Simply put, modifiers are tools.  And tools are handy little gadgets to have around when you need them.  Now...you could use a sledgehammer to bang the buttons on your keyboard, but is that really neccessary?  Or would it be wiser to save the big guns for the important jobs?  Think minimalist--think impressionist...and let your readers fill in some of the blanks.  What if they prefer green balls to red ones?  The question is, does their visualizing green balls instead of red really affect your story?  And does the fact that the balls are really red, in your mind, further your plot?  Does anyone care and how many of you are ready to punch me in the face now?

So here's a simple guide about when and why to use modifiers:

1.  Use them to shine the light on important or uncommon objects.  This red ball was different because...it had a tiger on top of it!   (other than that, it was just another large, red ball, and we all know what that looks like.)  And btw...the sun is always a giant, fiery, yellow-red ball, and I don't care if you use a thousand different adjectives, the bugger is still god-awful hot.  You know it, I know it, and that  aborigine knows it too!  So really, just tell me that the sun is coming up.  I'll get the picture.  There's only one sun and the thing comes up every day and here in Florida, it just means it's going to be another hot one.  Now if you're talking about the planet Zenon, in the center of the third black hole in the fifth dimension...well, better include some adjectives cuz that's one I'm just not familiar with.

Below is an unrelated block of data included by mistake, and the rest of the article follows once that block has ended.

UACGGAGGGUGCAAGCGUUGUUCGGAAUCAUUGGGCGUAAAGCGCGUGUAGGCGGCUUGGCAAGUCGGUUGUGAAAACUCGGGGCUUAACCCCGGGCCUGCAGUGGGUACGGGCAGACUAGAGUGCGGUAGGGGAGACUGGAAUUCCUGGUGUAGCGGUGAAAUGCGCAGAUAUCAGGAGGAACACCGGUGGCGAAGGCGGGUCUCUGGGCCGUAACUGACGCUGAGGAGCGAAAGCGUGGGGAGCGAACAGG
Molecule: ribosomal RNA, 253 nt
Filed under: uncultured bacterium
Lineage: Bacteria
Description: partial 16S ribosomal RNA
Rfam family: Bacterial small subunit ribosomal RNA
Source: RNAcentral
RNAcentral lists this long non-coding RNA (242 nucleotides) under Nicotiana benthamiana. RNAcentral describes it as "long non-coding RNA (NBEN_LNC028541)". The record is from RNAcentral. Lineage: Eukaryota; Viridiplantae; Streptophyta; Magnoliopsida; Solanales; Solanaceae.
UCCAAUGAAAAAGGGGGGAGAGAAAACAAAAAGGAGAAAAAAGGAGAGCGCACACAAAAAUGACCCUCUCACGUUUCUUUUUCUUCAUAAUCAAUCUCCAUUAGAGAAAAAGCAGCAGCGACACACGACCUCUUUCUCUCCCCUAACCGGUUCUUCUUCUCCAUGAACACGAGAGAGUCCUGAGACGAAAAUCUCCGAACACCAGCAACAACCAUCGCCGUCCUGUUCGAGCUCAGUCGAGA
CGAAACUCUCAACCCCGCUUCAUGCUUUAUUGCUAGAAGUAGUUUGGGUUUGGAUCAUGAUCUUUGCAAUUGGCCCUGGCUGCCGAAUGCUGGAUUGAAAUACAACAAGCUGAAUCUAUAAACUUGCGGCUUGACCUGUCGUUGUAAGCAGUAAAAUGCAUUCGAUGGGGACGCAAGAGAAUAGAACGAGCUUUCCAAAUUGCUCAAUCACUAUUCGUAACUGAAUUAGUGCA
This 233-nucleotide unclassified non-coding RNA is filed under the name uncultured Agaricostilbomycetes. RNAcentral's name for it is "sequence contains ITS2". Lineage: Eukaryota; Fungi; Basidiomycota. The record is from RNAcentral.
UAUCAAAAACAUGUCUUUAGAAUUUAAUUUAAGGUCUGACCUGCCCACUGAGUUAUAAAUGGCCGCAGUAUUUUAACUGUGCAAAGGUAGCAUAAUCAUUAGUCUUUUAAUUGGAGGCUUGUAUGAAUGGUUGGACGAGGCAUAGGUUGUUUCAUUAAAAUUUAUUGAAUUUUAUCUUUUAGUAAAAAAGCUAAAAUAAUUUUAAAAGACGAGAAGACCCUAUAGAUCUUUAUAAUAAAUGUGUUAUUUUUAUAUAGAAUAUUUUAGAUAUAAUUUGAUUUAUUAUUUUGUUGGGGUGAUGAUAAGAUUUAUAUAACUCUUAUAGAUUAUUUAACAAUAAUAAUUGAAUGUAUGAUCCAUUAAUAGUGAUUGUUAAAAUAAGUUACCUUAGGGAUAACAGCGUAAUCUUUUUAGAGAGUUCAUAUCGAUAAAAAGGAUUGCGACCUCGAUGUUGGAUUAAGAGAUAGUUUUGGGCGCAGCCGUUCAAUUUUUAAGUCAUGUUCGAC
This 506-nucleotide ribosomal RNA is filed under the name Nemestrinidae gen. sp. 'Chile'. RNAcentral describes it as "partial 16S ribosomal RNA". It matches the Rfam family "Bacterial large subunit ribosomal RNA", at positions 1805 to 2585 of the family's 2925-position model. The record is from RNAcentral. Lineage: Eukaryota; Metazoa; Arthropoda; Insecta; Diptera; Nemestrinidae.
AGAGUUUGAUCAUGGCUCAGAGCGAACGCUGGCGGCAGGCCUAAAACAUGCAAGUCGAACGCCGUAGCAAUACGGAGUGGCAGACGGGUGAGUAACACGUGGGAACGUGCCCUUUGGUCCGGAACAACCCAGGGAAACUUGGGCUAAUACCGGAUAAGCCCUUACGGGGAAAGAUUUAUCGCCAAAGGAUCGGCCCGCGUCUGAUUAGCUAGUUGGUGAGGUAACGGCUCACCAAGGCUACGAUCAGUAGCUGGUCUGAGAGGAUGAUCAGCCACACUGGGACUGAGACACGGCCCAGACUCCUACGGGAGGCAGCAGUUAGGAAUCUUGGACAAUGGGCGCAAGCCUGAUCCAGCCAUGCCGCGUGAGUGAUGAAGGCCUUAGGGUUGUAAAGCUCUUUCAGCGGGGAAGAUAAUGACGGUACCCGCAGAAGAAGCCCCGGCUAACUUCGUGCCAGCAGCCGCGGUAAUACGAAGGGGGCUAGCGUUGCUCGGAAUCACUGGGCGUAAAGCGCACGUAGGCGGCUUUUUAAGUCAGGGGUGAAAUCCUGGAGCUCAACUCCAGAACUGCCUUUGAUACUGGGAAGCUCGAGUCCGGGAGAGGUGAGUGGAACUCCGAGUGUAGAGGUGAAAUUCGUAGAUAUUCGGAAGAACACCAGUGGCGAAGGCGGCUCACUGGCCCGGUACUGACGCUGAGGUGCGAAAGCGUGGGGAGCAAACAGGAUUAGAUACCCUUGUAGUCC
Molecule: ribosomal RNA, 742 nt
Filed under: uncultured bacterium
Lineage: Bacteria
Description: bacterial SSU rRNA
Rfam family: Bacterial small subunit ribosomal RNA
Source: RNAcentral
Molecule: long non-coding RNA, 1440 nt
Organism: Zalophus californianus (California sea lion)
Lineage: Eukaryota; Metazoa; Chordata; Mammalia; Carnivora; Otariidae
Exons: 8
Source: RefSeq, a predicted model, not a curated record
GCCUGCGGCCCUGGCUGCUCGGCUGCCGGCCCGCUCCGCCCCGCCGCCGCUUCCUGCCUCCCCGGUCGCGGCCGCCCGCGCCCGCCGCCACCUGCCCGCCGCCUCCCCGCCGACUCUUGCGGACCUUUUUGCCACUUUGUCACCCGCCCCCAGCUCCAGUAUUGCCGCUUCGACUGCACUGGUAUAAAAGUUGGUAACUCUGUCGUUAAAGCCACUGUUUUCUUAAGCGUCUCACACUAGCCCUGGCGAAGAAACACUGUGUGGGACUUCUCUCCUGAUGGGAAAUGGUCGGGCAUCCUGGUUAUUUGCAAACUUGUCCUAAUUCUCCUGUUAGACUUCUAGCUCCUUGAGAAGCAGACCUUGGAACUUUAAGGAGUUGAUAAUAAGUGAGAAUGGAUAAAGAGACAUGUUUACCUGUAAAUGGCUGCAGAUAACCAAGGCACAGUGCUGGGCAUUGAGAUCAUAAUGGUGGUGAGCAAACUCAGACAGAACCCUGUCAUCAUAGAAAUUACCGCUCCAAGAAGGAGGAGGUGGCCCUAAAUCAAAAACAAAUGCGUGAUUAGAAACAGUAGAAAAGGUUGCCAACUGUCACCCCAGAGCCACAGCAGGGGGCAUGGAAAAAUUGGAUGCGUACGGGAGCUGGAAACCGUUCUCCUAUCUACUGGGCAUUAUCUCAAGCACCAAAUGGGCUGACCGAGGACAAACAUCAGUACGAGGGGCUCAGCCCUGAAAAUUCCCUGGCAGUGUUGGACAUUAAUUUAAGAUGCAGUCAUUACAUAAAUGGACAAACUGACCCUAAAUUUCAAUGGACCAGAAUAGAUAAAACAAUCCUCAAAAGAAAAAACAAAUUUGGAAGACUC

2.  Use them to create the mood:  Check your paragraphs for tone.  If you're writing about a tragic incident then I'd reasonably expect a string of modifiers to reflect that.  ie...dark, black, melancholy...and if you mention that bright, yellow ball of a sun, it had better be used in stark contrast to the tone, and you'd better have a good reason.  I'm not a freakin' yo-yo!

3.  Use them to show things like time, location, and condition in order to show, not tell.  Ie...instead of saying that someone is poor, describe their couch as shabby.   One well-placed modifier can replace a dozen obvious words and make the piece so much more interesting.  Also, using them to reflect personality is good.  If someone's clothing is unkempt or dirty, then what can we infer about them?  Conversely, can we infer anything if their clothing is red?  Do we really care if Karen Jones is wearing a red, plaid blouse today?  I don't.  But if that blouse is torn and dirty, then I want to know what's up with Karen?  This is more than a bad day at the office.